Decarbonising – net zero by 2035
John Lewis Partnership have recently announced their plan to decarbonise their vehicle fleet, with the aim to become fossil-fuel free by 2030 and net zero by 2035.
They are currently trialling electric vehicles in their eComm fleet and Home Services team. They have 59% of their heavy trucks running on biomethane, and as part of the carbon reduction trials they are testing out a smart charging system to prioritise charging when the carbon intensity and price of electricity is lowest.
CO2 reduction – driver benefits
By taking these steps they hope to save over 500,000 tonnes of CO 2 equivalent through electrification and biomethane use. Importantly, there are benefits for drivers too, who enjoy the quieter, smoother electric vans & gas trucks, reporting they feel less fatigued compared to driving a diesel van or truck.
In December 2021, Waitrose made a significant investment in electric vehicles as part of its programme to replace eComm diesel vehicles. The St Katherine’s Dock branch in central London became the first UK supermarket to trial a new generation of Vauxhall Vivaro-e electric delivery vehicles and introduced cutting-edge wireless charging technology.
All home deliveries serviced by the branch are now made using electric vans. The trial will test a technology which they believe has considerable potential to bring operational benefits, with wireless charging in particular expected to save time relative to a conventional electric vehicle.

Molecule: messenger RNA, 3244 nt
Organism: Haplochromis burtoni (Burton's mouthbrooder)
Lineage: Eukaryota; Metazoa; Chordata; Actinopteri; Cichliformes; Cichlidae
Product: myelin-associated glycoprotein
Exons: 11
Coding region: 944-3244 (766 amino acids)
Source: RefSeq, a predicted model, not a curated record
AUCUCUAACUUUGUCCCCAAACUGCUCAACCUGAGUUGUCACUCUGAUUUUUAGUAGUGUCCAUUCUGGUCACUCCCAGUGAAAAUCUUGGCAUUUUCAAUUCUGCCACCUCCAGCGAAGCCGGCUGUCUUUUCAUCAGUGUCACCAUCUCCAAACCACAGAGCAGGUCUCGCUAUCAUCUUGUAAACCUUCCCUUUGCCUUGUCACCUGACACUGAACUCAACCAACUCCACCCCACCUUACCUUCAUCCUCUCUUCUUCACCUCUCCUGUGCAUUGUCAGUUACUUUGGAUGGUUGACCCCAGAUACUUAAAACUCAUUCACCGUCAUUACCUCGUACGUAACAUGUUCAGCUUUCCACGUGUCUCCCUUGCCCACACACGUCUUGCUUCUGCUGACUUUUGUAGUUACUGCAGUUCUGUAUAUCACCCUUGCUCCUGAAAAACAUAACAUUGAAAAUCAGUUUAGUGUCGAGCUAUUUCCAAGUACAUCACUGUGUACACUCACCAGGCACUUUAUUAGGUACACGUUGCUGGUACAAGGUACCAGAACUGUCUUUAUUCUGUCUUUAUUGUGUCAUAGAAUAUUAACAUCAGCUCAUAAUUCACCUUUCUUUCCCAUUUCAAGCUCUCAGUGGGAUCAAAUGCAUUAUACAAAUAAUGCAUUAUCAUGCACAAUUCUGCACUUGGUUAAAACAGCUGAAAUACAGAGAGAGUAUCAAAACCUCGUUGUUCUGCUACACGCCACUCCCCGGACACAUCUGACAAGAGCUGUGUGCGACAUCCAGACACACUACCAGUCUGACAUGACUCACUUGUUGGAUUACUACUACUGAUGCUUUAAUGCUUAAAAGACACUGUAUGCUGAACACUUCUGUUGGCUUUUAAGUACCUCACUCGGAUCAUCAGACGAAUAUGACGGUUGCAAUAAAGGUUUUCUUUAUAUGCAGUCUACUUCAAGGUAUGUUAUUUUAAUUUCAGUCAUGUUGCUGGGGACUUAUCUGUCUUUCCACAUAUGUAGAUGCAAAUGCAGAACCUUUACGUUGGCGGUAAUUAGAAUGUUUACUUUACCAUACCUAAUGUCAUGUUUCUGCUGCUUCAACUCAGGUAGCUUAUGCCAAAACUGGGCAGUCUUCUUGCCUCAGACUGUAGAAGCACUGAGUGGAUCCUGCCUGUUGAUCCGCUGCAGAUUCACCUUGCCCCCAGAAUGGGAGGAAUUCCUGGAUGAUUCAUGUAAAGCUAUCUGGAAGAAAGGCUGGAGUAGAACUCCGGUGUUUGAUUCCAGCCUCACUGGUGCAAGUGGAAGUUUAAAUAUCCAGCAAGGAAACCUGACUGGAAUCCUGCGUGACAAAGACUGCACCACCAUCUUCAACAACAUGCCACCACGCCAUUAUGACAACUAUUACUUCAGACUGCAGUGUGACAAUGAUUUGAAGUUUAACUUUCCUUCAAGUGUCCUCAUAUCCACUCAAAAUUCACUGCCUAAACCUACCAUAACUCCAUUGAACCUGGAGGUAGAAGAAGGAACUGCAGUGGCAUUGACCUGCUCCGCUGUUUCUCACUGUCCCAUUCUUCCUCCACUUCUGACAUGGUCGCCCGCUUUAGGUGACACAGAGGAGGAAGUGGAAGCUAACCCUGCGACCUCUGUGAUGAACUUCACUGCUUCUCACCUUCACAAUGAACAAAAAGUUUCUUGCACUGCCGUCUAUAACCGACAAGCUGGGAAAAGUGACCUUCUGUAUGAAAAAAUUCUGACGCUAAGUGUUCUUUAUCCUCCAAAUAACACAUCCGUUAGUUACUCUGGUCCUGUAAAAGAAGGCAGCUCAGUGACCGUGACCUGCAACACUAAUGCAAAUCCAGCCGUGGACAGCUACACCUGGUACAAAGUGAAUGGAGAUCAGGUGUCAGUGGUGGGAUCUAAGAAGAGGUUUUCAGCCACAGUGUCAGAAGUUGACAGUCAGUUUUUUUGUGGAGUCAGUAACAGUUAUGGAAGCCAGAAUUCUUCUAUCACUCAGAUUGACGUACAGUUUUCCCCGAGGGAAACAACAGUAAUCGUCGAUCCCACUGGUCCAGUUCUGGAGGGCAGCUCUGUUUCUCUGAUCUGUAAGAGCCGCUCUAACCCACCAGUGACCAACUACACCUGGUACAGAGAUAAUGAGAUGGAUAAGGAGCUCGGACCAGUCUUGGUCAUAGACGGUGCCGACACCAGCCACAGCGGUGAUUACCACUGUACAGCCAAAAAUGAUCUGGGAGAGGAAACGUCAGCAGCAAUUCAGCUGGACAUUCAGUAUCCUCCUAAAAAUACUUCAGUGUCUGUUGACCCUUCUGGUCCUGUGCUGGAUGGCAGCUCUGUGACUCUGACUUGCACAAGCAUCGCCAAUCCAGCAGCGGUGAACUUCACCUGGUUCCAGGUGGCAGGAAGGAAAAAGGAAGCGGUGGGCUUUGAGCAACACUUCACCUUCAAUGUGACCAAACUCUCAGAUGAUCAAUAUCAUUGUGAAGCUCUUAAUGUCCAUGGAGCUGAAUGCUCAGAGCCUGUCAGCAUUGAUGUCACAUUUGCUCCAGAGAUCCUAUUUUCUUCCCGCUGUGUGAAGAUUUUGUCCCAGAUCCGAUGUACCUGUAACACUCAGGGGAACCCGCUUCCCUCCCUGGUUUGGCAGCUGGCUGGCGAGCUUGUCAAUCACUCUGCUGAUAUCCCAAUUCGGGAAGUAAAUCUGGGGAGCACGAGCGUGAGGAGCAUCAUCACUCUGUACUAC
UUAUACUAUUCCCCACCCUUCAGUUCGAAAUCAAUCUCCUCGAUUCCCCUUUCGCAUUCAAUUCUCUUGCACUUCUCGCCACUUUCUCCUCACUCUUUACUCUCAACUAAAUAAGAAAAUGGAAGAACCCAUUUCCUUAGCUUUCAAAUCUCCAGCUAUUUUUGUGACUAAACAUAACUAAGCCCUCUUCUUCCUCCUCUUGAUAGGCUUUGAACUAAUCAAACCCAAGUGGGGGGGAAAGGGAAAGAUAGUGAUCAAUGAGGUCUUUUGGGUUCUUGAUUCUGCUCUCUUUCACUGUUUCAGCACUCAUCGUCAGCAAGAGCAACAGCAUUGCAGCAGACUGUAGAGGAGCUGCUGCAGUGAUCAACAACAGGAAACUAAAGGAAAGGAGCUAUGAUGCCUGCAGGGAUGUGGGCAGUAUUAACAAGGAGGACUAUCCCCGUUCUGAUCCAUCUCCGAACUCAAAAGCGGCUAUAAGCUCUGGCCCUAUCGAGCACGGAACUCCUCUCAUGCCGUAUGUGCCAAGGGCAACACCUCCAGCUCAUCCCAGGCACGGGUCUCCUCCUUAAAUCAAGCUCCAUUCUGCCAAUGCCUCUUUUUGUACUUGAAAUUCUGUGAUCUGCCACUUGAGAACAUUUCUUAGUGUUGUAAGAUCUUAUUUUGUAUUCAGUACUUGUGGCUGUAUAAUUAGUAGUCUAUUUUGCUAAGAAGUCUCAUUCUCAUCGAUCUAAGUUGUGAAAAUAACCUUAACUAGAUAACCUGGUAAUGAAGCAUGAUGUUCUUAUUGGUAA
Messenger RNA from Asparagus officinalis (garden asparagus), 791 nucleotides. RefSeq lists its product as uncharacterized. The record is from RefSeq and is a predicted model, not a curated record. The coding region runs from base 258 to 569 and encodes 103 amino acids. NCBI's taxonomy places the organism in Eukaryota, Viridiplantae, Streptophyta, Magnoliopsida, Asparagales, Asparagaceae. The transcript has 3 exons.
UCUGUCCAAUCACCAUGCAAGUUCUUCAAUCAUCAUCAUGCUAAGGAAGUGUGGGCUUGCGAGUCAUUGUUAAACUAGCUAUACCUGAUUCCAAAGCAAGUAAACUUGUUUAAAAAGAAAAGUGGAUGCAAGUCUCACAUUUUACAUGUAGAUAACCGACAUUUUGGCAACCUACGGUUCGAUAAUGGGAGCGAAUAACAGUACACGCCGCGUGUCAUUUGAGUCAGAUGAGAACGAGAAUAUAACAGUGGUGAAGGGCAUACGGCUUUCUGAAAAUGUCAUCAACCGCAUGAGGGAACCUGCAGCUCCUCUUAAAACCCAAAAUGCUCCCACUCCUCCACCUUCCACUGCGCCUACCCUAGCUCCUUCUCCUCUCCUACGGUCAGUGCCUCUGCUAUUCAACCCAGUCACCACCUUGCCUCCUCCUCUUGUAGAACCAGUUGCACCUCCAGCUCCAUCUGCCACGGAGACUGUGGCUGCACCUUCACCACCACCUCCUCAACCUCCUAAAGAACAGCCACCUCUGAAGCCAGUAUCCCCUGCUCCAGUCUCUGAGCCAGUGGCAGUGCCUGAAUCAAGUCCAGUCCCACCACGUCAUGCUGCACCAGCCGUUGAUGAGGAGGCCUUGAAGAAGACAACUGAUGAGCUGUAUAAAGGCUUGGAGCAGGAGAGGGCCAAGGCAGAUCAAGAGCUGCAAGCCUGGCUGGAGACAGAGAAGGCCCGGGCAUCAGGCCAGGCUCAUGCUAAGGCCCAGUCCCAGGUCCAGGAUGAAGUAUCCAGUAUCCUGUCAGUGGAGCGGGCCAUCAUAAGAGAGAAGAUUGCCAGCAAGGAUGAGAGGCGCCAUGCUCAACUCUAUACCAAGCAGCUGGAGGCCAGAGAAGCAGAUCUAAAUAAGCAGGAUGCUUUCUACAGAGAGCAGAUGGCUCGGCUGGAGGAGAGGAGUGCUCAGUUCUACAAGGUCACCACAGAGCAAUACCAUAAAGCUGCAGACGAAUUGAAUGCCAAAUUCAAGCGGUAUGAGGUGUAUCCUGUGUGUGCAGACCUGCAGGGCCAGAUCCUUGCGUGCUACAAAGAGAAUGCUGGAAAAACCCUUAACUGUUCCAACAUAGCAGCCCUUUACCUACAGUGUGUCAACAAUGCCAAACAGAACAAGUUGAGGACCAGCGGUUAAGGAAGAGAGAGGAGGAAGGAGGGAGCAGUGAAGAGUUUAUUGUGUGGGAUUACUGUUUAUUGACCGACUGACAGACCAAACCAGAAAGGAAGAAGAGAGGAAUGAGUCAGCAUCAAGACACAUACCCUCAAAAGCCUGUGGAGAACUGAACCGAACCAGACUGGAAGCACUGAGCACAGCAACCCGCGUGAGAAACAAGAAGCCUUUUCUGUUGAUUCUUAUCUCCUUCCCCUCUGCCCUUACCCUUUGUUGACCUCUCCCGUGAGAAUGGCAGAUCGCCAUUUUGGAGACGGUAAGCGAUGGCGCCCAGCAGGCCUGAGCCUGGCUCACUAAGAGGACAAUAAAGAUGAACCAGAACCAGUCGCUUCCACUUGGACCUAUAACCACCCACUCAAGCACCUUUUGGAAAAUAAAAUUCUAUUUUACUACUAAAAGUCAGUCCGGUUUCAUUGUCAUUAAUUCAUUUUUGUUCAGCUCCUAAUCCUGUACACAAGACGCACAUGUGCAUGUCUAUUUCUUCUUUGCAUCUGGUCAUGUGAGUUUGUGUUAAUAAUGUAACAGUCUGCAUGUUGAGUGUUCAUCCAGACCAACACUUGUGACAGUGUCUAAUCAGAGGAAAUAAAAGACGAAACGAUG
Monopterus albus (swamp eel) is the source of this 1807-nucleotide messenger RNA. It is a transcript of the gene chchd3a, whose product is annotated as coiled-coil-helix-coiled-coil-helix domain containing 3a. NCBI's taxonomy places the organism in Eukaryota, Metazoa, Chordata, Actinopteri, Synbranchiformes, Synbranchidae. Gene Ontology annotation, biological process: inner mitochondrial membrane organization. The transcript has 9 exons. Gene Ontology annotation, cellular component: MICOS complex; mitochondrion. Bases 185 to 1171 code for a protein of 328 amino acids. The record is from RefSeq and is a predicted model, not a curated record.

Vans are fitted with a slim charging pad on the underside and top up by parking above an electric plate. They can also be plugged in to charge overnight. The technology links to a cloud-based smart charging system designed for home delivery operations.
Electric vehicles – fleet electrification
Previous experience of electric vehicles has highlighted challenges that a one size approach doesn’t fit all in fleet electrification and a range of operational, site and vehicle requirements need to be balanced to arrive at effective strategies. This trial will inform the JLP wider electrification strategy by expanding their experience of:
● variation in electric vehicle range, and driver attitudes in an operational environment.
● effectiveness of energy- load management eg. smart changing, and the impact on store energy demand.
● electric vehicle charge scheduling and management integration into the existing transport planning systems.
● the practical aspects of deploying electric vehicle support infrastructure into stores and fulfilment centres.
● the merits of overnight wired charging relative to rapid high power wireless charging.
To complement these changes, the Partnership is currently working with Emsol under a Transport for London funded project to measure both noise and emission levels relating to delivery operations at one of its stores. As part of this trial regular alerts and reports are produced, highlighting where noise and
emission levels exceed set limits, allowing investigation and preventative measures to be actioned.
The desired outcomes are for the Partnership to better understand the elements contributing to these alerts and to minimise or prevent a recurrence through change.
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